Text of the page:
What’s a ceramic watch, then?
We hear all about them, but what are ceramic watches made out of, and why would you get one?
So what’s the big deal with ceramics? Well, apart from the ability to tint the material in broadly whichever hue one feels inclined to (ably demonstrated by Girard-Perregaux and its Ruby-Rhod-worthy super-green Laureato), there’s a properly practical reason behind it.
Metal, pretty much regardless of how tough and resilient it might be, is still susceptible to scratches. Gold, platinum and other metals with big atomic numbers scratch easily – and in the case of something like a platinum wedding ring, offers a wonderful patination that tells more stories with each year you’re married – but even truly Tonka-shaming steel and titanium can still get scratched.
It's not down to strength, durability or the quality of the metal, but purely a quirk of chemistry – steel might still be a byword for strength, but it lacks hardness. At least comparatively, anyway.
Apparently, the enamel on your teeth is stronger than regular steel, a titbit you should absolutely not test for its veracity. Stainless steel – the sort used in watches, with names like 316L and 904L – is much harder (and therefore resistant to scratches), but it can’t get through the slings and arrows of daily life without earning a few battle scars.
Ceramics, on the other hand, are extraordinarily hard. Not always tough – just remember your mother’s favourite vase or earthenware pot that you broke as a kid – but definitely hard. That’s why you can crumble bits of brick with your bare hands, but they’ll still scratch your watch. So the answer, obviously, is to fight hardness with hardness. Like putting Duncan Ferguson up against Vinnie Jones, or something.
Omega was working with ceramics in the 1970s with the Seamaster Cermet, which used materials like tungsten carbide in the mix. That’s the material used for armour-piercing shells and industrial cutting tools. So, tough enough.
Brands like IWC and Rado brought out ceramic watches in the late Eighties and early Nineties... to not a great deal of commercial success, if we’re honest. But it’s come along since then: Omega, Panerai, Bulgari, Bell and Ross, Zenith, Hublot – and yes, IWC and Rado – all do ceramic watches these days, and actually make money doing so. Rolex went another way with it, changing the bezels on its Submariner (et al) from aluminium to ceramic and taking the most-scratched, quickest-fading part of its watches and making it about as enduring as a Roman road. The proprietary ceramic, which Rolex calls Cerachrom, is so hard that polishing it requires nothing short of diamonds. Luckily, unless you’re the sort to drag industrial cutting wheels across your Rolex (and aren’t we all), it’s the first and only time it needs to happen.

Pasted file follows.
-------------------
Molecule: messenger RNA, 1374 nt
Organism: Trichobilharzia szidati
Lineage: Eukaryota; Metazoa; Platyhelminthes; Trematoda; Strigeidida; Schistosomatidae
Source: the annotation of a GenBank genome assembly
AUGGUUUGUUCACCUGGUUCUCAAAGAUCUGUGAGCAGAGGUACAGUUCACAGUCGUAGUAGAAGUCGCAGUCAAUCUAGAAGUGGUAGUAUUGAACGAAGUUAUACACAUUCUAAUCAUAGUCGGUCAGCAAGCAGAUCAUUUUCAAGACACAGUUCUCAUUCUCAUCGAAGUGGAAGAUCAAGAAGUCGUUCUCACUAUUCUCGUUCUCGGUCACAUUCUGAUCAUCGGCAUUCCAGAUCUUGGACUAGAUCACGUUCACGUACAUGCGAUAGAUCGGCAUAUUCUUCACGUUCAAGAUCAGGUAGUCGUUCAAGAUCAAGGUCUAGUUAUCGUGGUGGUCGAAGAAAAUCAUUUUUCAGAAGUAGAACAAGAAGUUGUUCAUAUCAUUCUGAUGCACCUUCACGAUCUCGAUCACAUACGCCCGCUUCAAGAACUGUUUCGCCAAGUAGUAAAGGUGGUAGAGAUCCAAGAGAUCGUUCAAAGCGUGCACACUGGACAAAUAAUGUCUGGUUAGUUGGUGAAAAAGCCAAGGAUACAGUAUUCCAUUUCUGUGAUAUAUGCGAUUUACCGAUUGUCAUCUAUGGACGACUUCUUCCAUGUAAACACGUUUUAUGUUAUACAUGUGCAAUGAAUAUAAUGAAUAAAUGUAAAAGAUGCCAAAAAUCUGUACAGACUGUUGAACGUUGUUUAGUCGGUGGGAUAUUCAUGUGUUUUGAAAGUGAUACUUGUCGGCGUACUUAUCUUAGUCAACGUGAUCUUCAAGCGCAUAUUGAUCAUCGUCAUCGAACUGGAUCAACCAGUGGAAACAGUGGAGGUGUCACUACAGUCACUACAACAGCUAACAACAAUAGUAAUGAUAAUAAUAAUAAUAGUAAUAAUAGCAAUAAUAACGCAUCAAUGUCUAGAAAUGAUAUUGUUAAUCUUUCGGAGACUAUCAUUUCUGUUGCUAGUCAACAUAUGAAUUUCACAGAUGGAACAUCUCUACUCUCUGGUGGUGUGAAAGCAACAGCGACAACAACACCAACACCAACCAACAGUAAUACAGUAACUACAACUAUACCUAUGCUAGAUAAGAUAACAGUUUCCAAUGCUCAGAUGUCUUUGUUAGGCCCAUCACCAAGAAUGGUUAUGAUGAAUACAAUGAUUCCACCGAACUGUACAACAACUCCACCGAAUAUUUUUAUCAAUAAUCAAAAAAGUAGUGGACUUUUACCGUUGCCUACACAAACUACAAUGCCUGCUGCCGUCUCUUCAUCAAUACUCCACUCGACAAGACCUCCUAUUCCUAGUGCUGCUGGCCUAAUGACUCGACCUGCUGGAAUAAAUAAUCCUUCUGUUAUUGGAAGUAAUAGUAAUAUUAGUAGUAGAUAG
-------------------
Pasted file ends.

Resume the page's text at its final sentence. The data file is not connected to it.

Much like metal alloys, ceramics can use a blend of various compounds to achieve the strength and hardiness the manufacturer needs, but dive in at all and you’ll see one word repeated more than any other: carbide. That’s the scientific name for (as it basically spells out) a compound of carbon and another element. Silicon carbide finds use in clutch discs and bulletproof vests, while titanium carbide (not to be confused with Pagani’s carbotanium) is used on the heat shields of spacecraft.
Of course, nothing comes for free in this world, so you’ll be unsurprised to learn that ceramics, tough as they might be, still come with some drawbacks. There’s less of a propensity to scratch in day-to-day use, but seriously hard drops or hits can chip or crack the case. And while polishing the scratches out of a metal case is something of a no-no in the watch collecting world, it feels like less of a problem than a ceramic case that’s been glued back together.
But mix ceramic with metal, creating a cermet (yes, like the name of the Omega watch; it’s all falling into place now) and you have a material that blends the toughness of metal with the hardness of ceramic. So what are they being used for? Er, dentistry and hip replacements, to name a couple. Because the ceramic is non-reactive, your dicky hip can be replaced with something made of the same basic stuff as heat shields and bullet-proof vests. Watch companies have played with it too – both Omega and Jaeger-LeCoultre actually name-checked ‘Cermet’ in the names of the watches that featured it, with JLC doubling down on the ceramics by DLC-coating the cermet. Honestly? We’d probably just live with the scratches...
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